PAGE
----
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Verizon To Put Medical Records In The Cloud

Verizon has announced a new service that will make medical records available in the cloud. Called the Verizon Health Information Exchange, the service aims to make it easier for hospitals, doctors' offices and other health care centers to access and share medical records. Verizon says it can store patient records in a standardized format in its data centers, and physicians can access them via the Web. Subscribing health care providers can also share patient records with each other through the service.

The use of electronic medical records (EMR) is on the rise, according to a survey conducted by Knowledge Networks and the Physicians Consulting Network. The survey, which collected responses from almost 11,000 primary care physicians and specialists, shows that 52 percent of specialists and 50 percent of primary care doctors are using EMRs. That's up 10 and 12 percent respectively compared to 2008. But while hospitals and doctors' offices are adopting EMRs, these records are often kept in incompatible formats. By creating a cloud-based service that multiple providers and systems can access, Verizon hopes to sidestep the format problem.

"We think this problem is best solved at a national level from the cloud," says Gerard Grundler, Managing Principal of Health Information Exchange Services at Verizon Connected Healthcare Solutions. Grundler says health care providers can upload their electronic records to the cloud, where the Verizon service will normalize them. When physicians need to access a record, they can use a Web browser, whether on a PC or mobile device such as an iPhone. The company says there are no hardware or software costs. The service is priced according to the number of patient records, but Grundler would not provide any more specifics.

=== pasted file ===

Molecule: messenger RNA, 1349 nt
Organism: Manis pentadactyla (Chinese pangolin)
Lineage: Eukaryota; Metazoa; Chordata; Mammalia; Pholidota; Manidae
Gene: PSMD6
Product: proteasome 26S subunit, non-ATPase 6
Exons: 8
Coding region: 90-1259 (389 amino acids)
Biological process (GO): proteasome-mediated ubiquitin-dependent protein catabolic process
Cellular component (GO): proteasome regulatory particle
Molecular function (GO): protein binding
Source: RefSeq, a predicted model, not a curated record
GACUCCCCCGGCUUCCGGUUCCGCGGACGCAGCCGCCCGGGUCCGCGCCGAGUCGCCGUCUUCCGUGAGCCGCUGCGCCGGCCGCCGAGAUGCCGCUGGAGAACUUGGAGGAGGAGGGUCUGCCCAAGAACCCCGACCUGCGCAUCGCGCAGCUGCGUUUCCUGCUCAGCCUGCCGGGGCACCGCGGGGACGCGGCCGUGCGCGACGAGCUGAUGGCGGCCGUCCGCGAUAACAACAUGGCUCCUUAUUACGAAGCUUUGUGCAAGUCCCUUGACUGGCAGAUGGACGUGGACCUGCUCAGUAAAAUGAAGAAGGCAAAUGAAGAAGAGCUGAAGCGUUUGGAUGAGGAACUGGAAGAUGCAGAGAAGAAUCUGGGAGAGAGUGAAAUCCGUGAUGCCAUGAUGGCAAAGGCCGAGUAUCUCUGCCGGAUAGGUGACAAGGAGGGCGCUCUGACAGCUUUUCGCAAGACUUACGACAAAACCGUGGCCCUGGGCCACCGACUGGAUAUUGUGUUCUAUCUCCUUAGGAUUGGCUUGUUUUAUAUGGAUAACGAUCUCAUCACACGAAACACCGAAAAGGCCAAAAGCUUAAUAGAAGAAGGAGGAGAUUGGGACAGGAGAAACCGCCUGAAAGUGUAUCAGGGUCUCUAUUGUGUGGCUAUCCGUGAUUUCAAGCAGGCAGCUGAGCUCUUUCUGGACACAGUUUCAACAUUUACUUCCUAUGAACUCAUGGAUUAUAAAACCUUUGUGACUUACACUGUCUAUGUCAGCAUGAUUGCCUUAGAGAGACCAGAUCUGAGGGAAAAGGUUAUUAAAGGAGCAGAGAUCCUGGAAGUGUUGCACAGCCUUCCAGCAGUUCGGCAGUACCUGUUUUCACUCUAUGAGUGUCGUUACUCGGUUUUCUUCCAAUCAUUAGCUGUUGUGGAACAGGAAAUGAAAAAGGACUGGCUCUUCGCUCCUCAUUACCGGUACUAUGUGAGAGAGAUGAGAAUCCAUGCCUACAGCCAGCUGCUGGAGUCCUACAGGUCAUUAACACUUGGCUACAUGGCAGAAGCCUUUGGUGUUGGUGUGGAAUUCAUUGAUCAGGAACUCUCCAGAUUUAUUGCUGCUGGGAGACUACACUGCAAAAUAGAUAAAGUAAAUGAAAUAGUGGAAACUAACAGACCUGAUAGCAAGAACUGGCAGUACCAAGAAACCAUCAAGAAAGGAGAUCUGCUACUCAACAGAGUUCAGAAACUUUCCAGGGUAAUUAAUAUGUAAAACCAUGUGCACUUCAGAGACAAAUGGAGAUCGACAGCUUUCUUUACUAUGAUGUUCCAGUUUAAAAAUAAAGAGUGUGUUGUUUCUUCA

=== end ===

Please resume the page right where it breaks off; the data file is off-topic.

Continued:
The Verizon exchange is built on top of Oracle's Healthcare Transaction Base, an information exchange platform that aggregates and normalizes data from disparate sources. The cloud portal where physicians access records supports a variety of authentication mechanisms, from user names and passwords to token-based authentication, biometrics, X.509 certificates and other methods. Subscribers choose their own level of authentication.

The service can also let providers keep their records on premises rather than stored in Verizon's data centers, and instead function as an access layer so that subscribers at one office or hospital can still see patient records at another site. "They can use a federated approach, where data stays in the EMR system and is only pulled at the time of request," says Grundler. He says Verizon has interfaces for more than two dozen EMR systems. However, hospitals and doctors' offices may also require Verizon's professional services division to help integrate with the cloud service. The questions for Verizon is whether hospitals and physicians will trust a cloud-based service--and whether their patients will consent to have medical records stored online.